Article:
Wednesday 30th October 2019
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National grid operator Transpower is urging electricity industry participants to avoid scheduling any more maintenance work in the second half of November so it can maintain a sufficient capacity buffer.
A combination of transmission work and planned maintenance at power stations and at the Kupe gas field next month poses a risk of shortages in the middle of November if a large North Island generating unit also wasn’t available for some reason, the company says.
Should there also be weak wind conditions, reduced gas supplies, or both, those risks of shortages could extend into late November. They also re-emerge in February when Transpower is carrying out work on the high-voltage link across Cook Strait and First Gas will have the Ahuroa gas storage facility shut for maintenance.
“We advise participants not to schedule further outages on these dates where there is a risk of shortfall,” Transpower says in its latest monthly assessment of generation balances.
The state-owned business is charged with maintaining sufficient spare capacity in the system to ensure the lights stay on even if the largest asset on the network – such as a pole of the Cook Strait cable, or either of the large gas-fired power stations operated by Contact Energy and Genesis Energy – were to unexpectedly trip off.
To do that, it helps coordinate the hundreds of maintenance projects needed on lines, substations, switch yards and power stations around the country annually. It provides a monthly generation balance report to highlight any potential tight spots during the following six months.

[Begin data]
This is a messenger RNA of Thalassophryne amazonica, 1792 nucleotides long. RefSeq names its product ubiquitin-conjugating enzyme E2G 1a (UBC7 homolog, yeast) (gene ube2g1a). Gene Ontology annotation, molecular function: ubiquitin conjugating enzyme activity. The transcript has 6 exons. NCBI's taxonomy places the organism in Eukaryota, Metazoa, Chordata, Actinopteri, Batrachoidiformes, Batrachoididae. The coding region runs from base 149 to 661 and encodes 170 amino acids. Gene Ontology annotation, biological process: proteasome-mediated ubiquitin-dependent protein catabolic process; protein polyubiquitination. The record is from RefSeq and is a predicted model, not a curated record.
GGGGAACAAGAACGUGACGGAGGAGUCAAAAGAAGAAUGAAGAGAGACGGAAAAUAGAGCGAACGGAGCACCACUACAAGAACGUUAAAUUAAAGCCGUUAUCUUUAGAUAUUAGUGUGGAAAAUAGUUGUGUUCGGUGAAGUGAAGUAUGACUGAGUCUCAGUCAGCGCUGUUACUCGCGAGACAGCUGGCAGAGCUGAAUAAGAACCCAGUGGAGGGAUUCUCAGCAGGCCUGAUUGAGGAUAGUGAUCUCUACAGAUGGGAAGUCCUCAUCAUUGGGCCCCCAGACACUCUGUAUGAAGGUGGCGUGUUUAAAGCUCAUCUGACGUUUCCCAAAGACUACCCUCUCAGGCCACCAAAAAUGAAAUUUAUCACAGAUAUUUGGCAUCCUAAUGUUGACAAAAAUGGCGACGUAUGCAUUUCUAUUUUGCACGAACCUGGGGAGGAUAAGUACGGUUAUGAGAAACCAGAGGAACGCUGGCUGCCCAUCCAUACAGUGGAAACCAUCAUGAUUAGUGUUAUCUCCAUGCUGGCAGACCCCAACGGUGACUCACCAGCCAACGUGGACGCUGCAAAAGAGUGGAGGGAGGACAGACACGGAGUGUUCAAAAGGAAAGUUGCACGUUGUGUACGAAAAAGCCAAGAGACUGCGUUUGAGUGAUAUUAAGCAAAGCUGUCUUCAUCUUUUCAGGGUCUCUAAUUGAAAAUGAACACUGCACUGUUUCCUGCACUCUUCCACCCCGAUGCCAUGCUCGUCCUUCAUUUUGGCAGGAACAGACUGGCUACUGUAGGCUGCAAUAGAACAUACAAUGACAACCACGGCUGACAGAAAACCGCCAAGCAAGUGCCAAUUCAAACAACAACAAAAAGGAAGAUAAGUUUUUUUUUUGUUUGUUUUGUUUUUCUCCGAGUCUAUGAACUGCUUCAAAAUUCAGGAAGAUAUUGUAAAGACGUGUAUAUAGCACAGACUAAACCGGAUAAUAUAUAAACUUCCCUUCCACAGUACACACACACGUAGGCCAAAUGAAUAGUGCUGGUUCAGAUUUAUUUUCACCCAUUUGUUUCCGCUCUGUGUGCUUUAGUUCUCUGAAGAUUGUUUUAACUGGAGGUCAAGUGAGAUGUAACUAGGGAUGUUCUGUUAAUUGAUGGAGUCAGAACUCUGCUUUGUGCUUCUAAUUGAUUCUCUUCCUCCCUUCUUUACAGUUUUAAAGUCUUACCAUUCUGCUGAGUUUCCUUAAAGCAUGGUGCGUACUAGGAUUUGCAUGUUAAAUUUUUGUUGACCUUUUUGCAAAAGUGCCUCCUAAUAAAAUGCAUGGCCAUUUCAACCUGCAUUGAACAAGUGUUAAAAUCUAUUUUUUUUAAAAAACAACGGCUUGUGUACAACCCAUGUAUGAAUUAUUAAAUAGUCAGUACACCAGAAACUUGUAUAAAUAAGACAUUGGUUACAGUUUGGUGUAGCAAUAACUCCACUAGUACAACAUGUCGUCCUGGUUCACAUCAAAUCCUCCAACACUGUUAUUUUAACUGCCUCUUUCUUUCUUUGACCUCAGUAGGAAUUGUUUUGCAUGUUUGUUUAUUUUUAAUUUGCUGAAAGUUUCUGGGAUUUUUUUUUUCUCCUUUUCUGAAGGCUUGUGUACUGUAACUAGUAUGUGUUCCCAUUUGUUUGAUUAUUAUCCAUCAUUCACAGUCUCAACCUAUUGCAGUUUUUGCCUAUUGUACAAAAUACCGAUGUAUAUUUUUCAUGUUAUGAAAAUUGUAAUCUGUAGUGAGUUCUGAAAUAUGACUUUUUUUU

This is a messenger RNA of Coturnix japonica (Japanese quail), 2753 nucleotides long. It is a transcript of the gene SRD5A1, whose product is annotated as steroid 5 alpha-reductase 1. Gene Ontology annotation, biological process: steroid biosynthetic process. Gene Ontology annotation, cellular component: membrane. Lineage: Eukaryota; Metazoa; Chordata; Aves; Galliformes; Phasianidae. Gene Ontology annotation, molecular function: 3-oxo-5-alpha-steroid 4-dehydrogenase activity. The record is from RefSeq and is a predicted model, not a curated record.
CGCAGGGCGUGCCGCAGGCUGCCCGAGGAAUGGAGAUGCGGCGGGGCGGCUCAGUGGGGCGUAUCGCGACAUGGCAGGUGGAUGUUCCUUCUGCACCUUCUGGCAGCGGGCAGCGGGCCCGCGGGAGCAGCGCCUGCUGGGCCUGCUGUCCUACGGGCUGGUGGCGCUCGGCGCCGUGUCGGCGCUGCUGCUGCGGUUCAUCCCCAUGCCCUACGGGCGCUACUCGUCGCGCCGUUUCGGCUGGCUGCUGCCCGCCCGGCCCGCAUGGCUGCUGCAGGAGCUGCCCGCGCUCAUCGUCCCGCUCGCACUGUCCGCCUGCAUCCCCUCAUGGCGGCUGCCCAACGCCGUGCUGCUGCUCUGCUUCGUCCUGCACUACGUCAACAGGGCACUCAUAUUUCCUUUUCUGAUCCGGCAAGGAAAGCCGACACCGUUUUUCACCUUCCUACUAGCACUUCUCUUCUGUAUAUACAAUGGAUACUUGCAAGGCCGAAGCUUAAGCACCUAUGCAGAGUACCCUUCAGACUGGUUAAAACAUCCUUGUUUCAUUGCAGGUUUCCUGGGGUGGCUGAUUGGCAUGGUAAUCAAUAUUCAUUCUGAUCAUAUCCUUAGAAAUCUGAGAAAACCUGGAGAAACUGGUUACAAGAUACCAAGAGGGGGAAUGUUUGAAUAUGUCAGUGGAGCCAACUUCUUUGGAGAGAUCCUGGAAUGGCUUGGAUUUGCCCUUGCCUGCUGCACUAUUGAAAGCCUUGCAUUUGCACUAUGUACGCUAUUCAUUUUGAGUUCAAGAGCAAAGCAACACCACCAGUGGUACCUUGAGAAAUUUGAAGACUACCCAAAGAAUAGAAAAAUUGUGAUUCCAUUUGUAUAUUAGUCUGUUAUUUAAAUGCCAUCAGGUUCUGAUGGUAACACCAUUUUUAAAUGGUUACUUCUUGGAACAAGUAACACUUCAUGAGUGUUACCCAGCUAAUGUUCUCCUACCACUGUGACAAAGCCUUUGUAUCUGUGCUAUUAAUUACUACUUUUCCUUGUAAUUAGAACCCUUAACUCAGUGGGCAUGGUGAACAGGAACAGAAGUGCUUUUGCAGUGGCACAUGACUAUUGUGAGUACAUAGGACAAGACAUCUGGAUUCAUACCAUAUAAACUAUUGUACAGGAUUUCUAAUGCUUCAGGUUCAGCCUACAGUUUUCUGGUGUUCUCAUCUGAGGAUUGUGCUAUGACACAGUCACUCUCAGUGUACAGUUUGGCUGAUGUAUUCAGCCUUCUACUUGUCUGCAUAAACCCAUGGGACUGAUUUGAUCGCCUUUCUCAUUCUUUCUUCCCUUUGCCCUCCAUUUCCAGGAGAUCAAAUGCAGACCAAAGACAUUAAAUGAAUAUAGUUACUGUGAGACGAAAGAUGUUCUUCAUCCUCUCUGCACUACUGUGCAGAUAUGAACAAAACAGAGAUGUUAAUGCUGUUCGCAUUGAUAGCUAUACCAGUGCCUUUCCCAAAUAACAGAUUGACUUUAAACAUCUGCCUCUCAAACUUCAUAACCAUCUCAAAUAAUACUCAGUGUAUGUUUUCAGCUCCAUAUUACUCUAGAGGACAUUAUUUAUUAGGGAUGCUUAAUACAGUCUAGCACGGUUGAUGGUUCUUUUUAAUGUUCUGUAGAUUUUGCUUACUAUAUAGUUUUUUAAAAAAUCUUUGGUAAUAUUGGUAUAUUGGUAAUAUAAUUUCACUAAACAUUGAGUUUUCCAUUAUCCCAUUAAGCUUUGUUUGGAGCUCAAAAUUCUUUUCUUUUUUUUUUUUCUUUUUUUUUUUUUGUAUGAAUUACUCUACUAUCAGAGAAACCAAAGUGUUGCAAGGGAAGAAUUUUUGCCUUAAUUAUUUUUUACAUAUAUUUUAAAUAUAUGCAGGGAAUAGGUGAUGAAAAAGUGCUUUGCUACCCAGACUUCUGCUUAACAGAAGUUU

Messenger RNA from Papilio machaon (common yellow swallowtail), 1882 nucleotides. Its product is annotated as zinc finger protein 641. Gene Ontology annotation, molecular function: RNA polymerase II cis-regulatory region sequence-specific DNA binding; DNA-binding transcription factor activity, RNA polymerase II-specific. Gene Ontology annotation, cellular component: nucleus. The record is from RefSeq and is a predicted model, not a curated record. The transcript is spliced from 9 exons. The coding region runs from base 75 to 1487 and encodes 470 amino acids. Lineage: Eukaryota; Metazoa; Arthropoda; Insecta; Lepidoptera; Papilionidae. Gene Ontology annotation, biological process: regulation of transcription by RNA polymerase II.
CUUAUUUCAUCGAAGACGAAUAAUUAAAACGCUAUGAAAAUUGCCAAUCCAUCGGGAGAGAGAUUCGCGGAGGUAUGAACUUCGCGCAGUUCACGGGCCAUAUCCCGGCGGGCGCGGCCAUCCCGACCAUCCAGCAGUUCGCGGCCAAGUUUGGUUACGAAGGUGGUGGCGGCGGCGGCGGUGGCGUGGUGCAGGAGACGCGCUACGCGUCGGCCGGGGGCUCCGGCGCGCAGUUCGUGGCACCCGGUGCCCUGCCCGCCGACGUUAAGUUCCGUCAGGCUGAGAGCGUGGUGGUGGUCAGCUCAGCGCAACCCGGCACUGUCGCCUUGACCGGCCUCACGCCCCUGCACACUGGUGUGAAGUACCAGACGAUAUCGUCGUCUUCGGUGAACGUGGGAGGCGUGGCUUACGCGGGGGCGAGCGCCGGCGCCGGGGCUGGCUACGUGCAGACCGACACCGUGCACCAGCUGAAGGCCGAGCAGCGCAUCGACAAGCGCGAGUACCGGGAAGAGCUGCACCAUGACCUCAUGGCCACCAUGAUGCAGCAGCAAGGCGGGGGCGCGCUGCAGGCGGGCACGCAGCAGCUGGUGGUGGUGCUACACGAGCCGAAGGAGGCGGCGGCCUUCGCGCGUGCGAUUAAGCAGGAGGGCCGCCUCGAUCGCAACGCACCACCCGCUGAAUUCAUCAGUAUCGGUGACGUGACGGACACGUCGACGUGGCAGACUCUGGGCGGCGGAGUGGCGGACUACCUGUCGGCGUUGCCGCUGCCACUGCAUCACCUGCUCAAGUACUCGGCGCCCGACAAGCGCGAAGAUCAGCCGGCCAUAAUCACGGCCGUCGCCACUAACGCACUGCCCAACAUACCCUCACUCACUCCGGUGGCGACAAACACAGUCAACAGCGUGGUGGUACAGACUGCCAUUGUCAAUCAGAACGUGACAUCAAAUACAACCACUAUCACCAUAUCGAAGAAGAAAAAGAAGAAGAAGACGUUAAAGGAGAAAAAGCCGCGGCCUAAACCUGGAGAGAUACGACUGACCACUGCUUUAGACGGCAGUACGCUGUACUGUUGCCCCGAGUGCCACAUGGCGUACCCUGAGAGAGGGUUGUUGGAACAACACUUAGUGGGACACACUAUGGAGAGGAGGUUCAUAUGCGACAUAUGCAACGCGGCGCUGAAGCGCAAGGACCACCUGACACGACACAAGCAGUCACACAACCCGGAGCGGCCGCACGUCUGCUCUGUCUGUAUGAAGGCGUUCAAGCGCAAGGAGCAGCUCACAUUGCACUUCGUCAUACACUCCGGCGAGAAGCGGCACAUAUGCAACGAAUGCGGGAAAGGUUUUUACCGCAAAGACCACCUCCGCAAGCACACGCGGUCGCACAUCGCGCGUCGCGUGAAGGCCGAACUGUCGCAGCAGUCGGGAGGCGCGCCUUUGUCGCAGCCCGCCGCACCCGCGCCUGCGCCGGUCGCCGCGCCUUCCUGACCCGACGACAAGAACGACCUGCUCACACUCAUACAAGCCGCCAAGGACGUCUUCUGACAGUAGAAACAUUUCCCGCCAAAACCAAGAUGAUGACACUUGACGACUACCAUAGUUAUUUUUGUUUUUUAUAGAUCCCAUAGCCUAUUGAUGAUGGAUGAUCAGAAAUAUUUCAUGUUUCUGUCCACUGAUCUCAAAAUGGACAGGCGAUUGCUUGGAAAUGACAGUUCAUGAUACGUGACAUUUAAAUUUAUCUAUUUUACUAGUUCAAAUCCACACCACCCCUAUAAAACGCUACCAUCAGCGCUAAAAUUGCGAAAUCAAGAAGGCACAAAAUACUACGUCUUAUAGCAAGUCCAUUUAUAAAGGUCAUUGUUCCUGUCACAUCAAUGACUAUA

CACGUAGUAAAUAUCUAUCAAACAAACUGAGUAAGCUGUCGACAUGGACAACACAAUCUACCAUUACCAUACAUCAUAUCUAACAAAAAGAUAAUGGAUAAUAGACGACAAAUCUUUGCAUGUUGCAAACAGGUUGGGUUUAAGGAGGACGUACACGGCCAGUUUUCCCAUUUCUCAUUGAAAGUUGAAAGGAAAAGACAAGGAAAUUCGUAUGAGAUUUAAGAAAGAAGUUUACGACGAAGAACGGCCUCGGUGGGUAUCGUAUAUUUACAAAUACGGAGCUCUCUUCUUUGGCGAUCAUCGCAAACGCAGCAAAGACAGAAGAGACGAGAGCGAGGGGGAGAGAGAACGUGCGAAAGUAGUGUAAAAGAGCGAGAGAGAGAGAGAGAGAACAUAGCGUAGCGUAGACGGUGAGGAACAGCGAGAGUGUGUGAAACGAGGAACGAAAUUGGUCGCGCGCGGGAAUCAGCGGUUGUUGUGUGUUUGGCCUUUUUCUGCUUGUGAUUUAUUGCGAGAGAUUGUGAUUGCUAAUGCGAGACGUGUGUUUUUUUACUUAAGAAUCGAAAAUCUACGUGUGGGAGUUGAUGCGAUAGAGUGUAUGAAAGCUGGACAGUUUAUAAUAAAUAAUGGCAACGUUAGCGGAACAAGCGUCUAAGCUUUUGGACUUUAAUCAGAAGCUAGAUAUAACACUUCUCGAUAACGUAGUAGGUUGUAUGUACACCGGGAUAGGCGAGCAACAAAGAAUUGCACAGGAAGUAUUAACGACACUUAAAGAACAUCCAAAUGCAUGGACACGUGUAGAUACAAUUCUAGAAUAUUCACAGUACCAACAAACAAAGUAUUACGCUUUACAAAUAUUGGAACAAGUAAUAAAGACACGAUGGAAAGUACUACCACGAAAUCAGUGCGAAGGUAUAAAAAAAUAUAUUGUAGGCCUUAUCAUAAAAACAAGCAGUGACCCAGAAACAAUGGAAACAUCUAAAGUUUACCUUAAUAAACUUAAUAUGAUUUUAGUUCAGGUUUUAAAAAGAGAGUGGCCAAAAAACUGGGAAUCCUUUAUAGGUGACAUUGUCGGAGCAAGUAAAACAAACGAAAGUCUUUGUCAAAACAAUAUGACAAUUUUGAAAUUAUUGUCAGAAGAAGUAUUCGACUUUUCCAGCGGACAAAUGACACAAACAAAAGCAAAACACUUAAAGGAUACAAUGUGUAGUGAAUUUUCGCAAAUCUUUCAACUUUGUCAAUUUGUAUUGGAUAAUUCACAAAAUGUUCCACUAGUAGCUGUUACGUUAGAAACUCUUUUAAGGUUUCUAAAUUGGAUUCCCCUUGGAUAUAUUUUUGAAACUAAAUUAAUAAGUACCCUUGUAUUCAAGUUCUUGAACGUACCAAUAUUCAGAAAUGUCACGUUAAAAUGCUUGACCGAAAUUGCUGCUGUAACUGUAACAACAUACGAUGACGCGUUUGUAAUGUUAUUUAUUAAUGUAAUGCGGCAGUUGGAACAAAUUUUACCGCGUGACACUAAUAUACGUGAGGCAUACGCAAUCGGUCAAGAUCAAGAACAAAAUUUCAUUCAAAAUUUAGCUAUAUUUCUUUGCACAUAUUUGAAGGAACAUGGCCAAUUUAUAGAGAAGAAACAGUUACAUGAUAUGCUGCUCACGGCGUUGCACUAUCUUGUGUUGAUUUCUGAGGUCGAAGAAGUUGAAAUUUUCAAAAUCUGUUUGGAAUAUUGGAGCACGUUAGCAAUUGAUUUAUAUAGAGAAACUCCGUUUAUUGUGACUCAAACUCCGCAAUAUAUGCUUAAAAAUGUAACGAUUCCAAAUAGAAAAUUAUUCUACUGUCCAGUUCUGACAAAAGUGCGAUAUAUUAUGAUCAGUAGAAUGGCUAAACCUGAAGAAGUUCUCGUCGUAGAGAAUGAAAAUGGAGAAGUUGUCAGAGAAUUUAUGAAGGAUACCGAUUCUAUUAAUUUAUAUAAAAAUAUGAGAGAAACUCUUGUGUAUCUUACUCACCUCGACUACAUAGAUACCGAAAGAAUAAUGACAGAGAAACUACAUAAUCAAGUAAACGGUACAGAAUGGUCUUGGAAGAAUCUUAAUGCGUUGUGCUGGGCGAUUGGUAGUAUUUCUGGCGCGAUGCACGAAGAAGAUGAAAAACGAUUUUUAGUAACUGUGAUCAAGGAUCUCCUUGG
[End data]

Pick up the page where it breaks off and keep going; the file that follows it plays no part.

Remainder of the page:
Power companies and industrial users are already keeping a close eye on the planned work this summer, given the number that were stung by unexpectedly high power prices in October and November when tight gas supplies coincided with declining South Island hydro storage.
Maximum flows on the HVDC link across Cook Strait, which generally delivers power north from the South Island, will be reduced for 14 weeks by work Transpower has planned from early January. On four Saturdays there will be no inter-island transfers.
Gas supplies, following prolonged outages at the Pohokura field last year and early this year, remain tight and have kept power prices high most of this year.
Beach Energy, operator of the Kupe field, was scheduled to shut its processing plant today for a four-yearly, one-month maintenance check today. Part-owner Genesis plans to start an annual eight-day shutdown at its 400-megawatt plant at Huntly on Nov. 15.
But March-quarter electricity futures are notably higher due to the risk of unplanned gas shortages or some other generation not being available early next year. The Otahuhu contract settled at $148.25 a megawatt-hour yesterday, $27 more than the December-quarter futures.
The Pohokura processing plant was already scheduled for a two-week shutdown in March. Earlier this month, First Gas announced that it would be shutting Ahuroa – which supplies Contact – for two weeks from Feb. 8 for a four-yearly maintenance and inspection programme.
The week before, Pohokura operator OMV said it would also have to carry out an inspection and maintenance programme on the field’s offshore pipeline during the first and second quarters of 2020.
Given those heightened sensitivities, Transpower ran additional scenarios to test what would happen if there was no wind production, gas supplies were weak, or both.
The biggest risks were still in November, but they also appeared in the middle of February, when gas at Ahuroa can’t be accessed. They re-emerge in early April when demand is expected to be increasing and several generators will also be out of action.
Transpower noted that the inspection work being undertaken by OMV at Pohokura could result in additional unplanned gas outages.
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